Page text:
It's 2017. Everyone's into being "conscious", "socially aware", and empowering people of color.
The sad is...most of you actually don't. Most of you especially don't empower people of color. I've noticed, most people talk a good game, but can't even uphold themselves to their own standards. How can we talk about preserving our history and our music if we discredit those who've made an impact that still shows to this day?
I'm saying all of this to say, it's time that we stopped disrespecting Aaliyah.
It's time that we stopped making the most derogatory, insensitive, and degrading comments and jokes about Aaliyah.
Aaliyah was one of the most influential artists in the 90s and the early 2000s. Since her debut in 1994, fans, critics, and artists throughout the years have praised the singer for her musical styling which helped change the direction of R&B, acknowledged her impact in music, and inspiring a new generation of artists coming out. Aaliyah is also considered a fashion icon; her simple yet mysterious sex appeal and trademark hair over one eye have been recreated and imitated by many singers and model even today. 16 years since her tragic death, Aaliyah is still beloved and remembered by many around the world. Unfortunately, there are still people who discredit the late singer and make disrespectful comments and jokes.
As the internet and social media grew increasingly popular, so has the way others can disrespect each other. People have created hate pages dedicated to disrespecting Aaliyah. Others have tried to belittle her career as if her impact and legacy isn't evident. Unfortunately, there have been numerous fan bases that have used her death as the pun of their jokes and memes.
I know in this day in age, it's hard to acknowledge the success of another black woman, but it's time to change that narrative. Here's how:
Let's start with music alone.
Aaliyah wasn't just some pretty girl with decent vocals and two hits. Over the course of her career, the Grammy and Academy Award nominated singer has three platinum albums with ten top 10 singles on the charts. Songs like "Back and Forth", "Age Ain't Nothing But A Number", "Are You That Somebody?", and "Rock The Boat" are still in rotation for many radio stations and music streaming services, while her signature hit "One In A Million" and songs like "I Don't Wanna" and "At Your Best" are still sampled by artists such as Tink and Tory Lanez. Sonically, Aaliyah helped redefine R&B; with her first album, Age Ain't Nothing But A Number, being a fusion of hip-hop, new jack swing, and jazz, and her second album, One In A Million, still carrying the jazz vibe with rhythmic beats produced by Timbaland, Aaliyah has been dubbed the "Queen of Urban Pop" and delivered a sound that has been studied and influenced the sounds of even today, seen in Ciara, Tinashe, Keke Palmer, and Bryson Tiller.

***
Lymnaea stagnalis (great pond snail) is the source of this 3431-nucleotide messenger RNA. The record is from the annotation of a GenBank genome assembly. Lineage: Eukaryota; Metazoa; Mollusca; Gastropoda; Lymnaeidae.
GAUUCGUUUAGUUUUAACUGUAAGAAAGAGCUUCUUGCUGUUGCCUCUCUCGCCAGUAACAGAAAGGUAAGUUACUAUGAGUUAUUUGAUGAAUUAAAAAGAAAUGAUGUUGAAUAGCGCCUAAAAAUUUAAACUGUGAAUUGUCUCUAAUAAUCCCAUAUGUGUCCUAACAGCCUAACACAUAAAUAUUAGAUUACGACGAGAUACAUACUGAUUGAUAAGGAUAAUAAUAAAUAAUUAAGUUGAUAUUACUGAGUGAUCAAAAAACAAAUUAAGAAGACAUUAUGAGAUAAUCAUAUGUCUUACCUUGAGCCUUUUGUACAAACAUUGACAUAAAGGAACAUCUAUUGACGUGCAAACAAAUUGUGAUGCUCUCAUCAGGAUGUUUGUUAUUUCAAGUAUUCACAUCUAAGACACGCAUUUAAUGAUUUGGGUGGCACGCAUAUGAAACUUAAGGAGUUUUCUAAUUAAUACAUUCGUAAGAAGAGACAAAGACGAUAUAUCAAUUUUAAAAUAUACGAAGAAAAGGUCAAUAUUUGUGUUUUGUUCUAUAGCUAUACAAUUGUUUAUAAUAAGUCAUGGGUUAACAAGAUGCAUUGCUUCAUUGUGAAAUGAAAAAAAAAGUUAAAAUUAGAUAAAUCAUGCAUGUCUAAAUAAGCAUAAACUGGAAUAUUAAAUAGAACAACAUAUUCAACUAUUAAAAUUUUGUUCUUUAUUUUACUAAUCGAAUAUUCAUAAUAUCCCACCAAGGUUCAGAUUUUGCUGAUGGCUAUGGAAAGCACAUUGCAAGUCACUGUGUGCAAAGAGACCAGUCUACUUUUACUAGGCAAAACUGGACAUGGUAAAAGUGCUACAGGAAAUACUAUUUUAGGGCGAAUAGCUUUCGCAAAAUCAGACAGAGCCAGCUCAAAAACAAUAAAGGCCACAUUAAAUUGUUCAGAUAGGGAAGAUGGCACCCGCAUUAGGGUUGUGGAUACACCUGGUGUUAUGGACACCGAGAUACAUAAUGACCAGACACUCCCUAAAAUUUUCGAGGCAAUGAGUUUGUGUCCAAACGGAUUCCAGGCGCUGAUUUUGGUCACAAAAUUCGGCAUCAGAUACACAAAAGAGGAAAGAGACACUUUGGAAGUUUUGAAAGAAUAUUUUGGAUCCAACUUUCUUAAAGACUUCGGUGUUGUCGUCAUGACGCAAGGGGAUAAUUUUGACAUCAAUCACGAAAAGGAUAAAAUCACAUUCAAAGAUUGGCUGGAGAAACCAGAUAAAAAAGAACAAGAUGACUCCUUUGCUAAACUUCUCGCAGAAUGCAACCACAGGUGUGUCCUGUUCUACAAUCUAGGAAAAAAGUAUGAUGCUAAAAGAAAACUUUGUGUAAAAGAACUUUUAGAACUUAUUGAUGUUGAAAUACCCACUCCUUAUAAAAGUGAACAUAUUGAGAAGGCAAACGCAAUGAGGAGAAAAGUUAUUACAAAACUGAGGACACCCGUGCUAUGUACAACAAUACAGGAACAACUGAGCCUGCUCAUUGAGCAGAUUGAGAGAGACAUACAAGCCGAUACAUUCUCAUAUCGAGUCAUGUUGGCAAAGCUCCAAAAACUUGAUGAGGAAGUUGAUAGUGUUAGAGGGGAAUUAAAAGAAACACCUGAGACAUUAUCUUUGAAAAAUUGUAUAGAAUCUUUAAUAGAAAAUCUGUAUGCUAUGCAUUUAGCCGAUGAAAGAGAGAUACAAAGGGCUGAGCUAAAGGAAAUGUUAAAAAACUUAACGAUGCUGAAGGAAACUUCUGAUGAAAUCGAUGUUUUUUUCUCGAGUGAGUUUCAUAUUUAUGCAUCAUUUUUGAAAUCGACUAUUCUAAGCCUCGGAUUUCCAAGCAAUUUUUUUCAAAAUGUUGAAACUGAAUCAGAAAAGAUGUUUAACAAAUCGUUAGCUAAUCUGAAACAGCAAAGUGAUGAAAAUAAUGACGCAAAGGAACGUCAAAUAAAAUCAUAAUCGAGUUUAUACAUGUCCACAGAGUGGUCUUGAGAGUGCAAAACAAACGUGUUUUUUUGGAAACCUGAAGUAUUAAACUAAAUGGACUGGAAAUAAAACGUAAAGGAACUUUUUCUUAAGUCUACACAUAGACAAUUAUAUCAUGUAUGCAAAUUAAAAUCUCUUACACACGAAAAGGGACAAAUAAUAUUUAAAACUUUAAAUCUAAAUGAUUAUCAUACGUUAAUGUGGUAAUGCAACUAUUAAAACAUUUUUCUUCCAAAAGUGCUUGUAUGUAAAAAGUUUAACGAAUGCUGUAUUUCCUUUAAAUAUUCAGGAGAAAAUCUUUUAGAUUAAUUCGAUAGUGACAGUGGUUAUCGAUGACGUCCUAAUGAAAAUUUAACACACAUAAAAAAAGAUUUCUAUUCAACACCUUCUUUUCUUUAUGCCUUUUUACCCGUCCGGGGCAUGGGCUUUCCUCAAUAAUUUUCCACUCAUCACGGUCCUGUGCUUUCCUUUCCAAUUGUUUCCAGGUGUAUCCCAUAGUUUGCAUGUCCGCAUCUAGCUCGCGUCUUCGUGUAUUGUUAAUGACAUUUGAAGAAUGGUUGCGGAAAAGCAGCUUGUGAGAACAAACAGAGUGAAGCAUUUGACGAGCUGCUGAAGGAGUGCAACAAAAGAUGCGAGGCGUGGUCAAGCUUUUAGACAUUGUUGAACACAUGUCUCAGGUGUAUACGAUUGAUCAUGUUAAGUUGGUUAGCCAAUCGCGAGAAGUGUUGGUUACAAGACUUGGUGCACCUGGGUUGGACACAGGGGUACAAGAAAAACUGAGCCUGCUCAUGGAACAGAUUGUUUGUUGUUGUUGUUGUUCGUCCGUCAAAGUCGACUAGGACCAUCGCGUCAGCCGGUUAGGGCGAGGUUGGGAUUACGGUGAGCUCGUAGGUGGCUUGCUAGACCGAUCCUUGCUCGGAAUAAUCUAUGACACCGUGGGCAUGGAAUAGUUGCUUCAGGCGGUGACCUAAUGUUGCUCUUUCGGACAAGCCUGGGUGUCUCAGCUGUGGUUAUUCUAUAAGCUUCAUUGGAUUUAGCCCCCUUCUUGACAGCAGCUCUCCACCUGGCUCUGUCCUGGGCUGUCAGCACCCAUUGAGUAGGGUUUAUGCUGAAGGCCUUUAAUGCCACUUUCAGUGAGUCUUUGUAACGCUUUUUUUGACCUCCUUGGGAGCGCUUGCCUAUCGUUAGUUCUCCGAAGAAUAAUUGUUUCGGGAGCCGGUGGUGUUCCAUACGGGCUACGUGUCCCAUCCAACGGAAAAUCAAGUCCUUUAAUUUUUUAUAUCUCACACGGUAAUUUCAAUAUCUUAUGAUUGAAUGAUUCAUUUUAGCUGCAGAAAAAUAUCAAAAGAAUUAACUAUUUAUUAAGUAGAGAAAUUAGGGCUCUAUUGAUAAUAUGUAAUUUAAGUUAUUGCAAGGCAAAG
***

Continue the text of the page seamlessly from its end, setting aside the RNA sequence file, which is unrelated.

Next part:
Her persona and influence....
Music wasn't the only way Aaliyah left an impact. As Brandy mentioned in an interview, Aaliyah ushered in a new crop of artist, at a time when record labels didn't take teen acts in a serious manner; opening the doors for Brandy, Monica, Usher, Mya, Destiny's Child, and many others in the 2000s, as well as opening the doors for herself (in 1998, she became the youngest artist to ever perform at the Academy Awards). Aaliyah's fashion style was synonymous and just as influential as her music; Aaliyah was known for her dark, baggy clothes, dark sunglasses, and wearing her hair over one eye, which many in the US and overseas try to emulate (even being credited as the influence of "ghetto goth"). Her looks from her music videos have been recreated for photo shoots, Halloween costumes, and everyday fashion looks. Aaliyah was sought after by brands such as Roc-A-Wear and Tommy Hilfiger, in which she modeled for in their campaigns. Aaliyah is also credited with helping popularize Tommy Hilfiger and making it a 90s staple.
Aaliyah was also a budding actress. Starring in early 2000's hits Romeo Must Die and Queen of the Damned, and was set to star in Honey, the remake of Sparkle (later starred Jordan Sparks), the Matrix Reloaded and the Matrix Revolution (later replaced by Nona Gaye).
With all the success she's had, there is no reason to disrespect Aaliyah or her career. To see people preach about black unity and put the hashtag "Black Girl Magic" or "Black Lives Matter" in their bios, yet post memes mocking Aaliyah's death or describing her talent as less than what it is, shows their hypocrisy and ignorance. I'm pretty sure when someone says something disrespectful about your favorite artist, you would get offended right? So why say something offensive about someone's who no longer with us? Can you imagine how it must feel for Aaliyah's relatives and friends so see those hurtful comments and pictures on their timeline?
Well, I'm not sure how these music listeners and "activist" do it these days.
Moving forward into the new year, if we are serious about preserving music and the history of our people, we must start acknowledging those who inspired the musical artist that are out today. With that being said, stop disrespecting Aaliyah with cheap jokes only to get likes and attention on social media. Whether you want to acknowledge it or not, Aaliyah influence and impact is very prevalent...even with most of your favorite artist.